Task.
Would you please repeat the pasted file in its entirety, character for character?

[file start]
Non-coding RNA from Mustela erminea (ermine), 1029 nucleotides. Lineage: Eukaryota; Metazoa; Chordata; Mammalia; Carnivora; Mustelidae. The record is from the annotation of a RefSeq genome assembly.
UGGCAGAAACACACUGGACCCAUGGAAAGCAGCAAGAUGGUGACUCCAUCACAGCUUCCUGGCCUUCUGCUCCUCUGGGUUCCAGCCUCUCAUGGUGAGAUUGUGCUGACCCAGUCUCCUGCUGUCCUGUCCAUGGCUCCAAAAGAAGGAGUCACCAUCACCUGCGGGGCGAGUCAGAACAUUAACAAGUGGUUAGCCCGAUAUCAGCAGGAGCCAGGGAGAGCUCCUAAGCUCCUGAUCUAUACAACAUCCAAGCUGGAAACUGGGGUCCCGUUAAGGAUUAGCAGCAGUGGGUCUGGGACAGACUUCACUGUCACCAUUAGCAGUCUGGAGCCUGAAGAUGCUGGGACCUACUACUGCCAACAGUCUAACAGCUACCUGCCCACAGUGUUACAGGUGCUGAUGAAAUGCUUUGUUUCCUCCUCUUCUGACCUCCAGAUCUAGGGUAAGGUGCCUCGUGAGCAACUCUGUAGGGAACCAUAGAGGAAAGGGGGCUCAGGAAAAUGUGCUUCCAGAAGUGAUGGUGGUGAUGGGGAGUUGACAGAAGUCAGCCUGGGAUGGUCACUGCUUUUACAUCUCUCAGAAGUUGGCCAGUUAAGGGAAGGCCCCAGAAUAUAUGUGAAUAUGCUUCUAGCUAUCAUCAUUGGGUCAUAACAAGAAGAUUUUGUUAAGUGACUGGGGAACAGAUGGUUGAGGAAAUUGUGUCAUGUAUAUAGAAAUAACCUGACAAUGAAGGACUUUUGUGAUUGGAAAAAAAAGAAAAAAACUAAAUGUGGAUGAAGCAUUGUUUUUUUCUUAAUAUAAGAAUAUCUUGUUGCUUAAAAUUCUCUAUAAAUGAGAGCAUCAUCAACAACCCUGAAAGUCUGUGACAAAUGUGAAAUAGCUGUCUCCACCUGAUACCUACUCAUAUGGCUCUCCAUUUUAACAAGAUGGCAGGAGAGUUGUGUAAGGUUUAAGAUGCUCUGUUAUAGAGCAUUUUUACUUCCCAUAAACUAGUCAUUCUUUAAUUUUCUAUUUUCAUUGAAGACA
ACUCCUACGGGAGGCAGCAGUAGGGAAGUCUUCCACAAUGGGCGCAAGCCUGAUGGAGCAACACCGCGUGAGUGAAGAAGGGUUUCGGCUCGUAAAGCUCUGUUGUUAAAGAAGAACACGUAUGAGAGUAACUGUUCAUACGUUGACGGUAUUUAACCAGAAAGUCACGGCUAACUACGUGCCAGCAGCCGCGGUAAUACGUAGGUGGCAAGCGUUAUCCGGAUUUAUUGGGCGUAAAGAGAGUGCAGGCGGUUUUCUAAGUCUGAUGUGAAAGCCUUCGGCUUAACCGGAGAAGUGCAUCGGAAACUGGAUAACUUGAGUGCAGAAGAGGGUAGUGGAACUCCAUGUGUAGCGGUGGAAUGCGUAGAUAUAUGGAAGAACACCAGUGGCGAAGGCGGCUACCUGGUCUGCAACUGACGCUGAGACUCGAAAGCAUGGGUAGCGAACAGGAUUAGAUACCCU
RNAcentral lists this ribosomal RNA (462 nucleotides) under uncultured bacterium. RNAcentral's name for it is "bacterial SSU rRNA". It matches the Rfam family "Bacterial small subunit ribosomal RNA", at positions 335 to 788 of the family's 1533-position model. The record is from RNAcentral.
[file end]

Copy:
Non-coding RNA from Mustela erminea (ermine), 1029 nucleotides. Lineage: Eukaryota; Metazoa; Chordata; Mammalia; Carnivora; Mustelidae. The record is from the annotation of a RefSeq genome assembly.
UGGCAGAAACACACUGGACCCAUGGAAAGCAGCAAGAUGGUGACUCCAUCACAGCUUCCUGGCCUUCUGCUCCUCUGGGUUCCAGCCUCUCAUGGUGAGAUUGUGCUGACCCAGUCUCCUGCUGUCCUGUCCAUGGCUCCAAAAGAAGGAGUCACCAUCACCUGCGGGGCGAGUCAGAACAUUAACAAGUGGUUAGCCCGAUAUCAGCAGGAGCCAGGGAGAGCUCCUAAGCUCCUGAUCUAUACAACAUCCAAGCUGGAAACUGGGGUCCCGUUAAGGAUUAGCAGCAGUGGGUCUGGGACAGACUUCACUGUCACCAUUAGCAGUCUGGAGCCUGAAGAUGCUGGGACCUACUACUGCCAACAGUCUAACAGCUACCUGCCCACAGUGUUACAGGUGCUGAUGAAAUGCUUUGUUUCCUCCUCUUCUGACCUCCAGAUCUAGGGUAAGGUGCCUCGUGAGCAACUCUGUAGGGAACCAUAGAGGAAAGGGGGCUCAGGAAAAUGUGCUUCCAGAAGUGAUGGUGGUGAUGGGGAGUUGACAGAAGUCAGCCUGGGAUGGUCACUGCUUUUACAUCUCUCAGAAGUUGGCCAGUUAAGGGAAGGCCCCAGAAUAUAUGUGAAUAUGCUUCUAGCUAUCAUCAUUGGGUCAUAACAAGAAGAUUUUGUUAAGUGACUGGGGAACAGAUGGUUGAGGAAAUUGUGUCAUGUAUAUAGAAAUAACCUGACAAUGAAGGACUUUUGUGAUUGGAAAAAAAAGAAAAAAACUAAAUGUGGAUGAAGCAUUGUUUUUUUCUUAAUAUAAGAAUAUCUUGUUGCUUAAAAUUCUCUAUAAAUGAGAGCAUCAUCAACAACCCUGAAAGUCUGUGACAAAUGUGAAAUAGCUGUCUCCACCUGAUACCUACUCAUAUGGCUCUCCAUUUUAACAAGAUGGCAGGAGAGUUGUGUAAGGUUUAAGAUGCUCUGUUAUAGAGCAUUUUUACUUCCCAUAAACUAGUCAUUCUUUAAUUUUCUAUUUUCAUUGAAGACA
ACUCCUACGGGAGGCAGCAGUAGGGAAGUCUUCCACAAUGGGCGCAAGCCUGAUGGAGCAACACCGCGUGAGUGAAGAAGGGUUUCGGCUCGUAAAGCUCUGUUGUUAAAGAAGAACACGUAUGAGAGUAACUGUUCAUACGUUGACGGUAUUUAACCAGAAAGUCACGGCUAACUACGUGCCAGCAGCCGCGGUAAUACGUAGGUGGCAAGCGUUAUCCGGAUUUAUUGGGCGUAAAGAGAGUGCAGGCGGUUUUCUAAGUCUGAUGUGAAAGCCUUCGGCUUAACCGGAGAAGUGCAUCGGAAACUGGAUAACUUGAGUGCAGAAGAGGGUAGUGGAACUCCAUGUGUAGCGGUGGAAUGCGUAGAUAUAUGGAAGAACACCAGUGGCGAAGGCGGCUACCUGGUCUGCAACUGACGCUGAGACUCGAAAGCAUGGGUAGCGAACAGGAUUAGAUACCCU
RNAcentral lists this ribosomal RNA (462 nucleotides) under uncultured bacterium. RNAcentral's name for it is "bacterial SSU rRNA". It matches the Rfam family "Bacterial small subunit ribosomal RNA", at positions 335 to 788 of the family's 1533-position model. The record is from RNAcentral.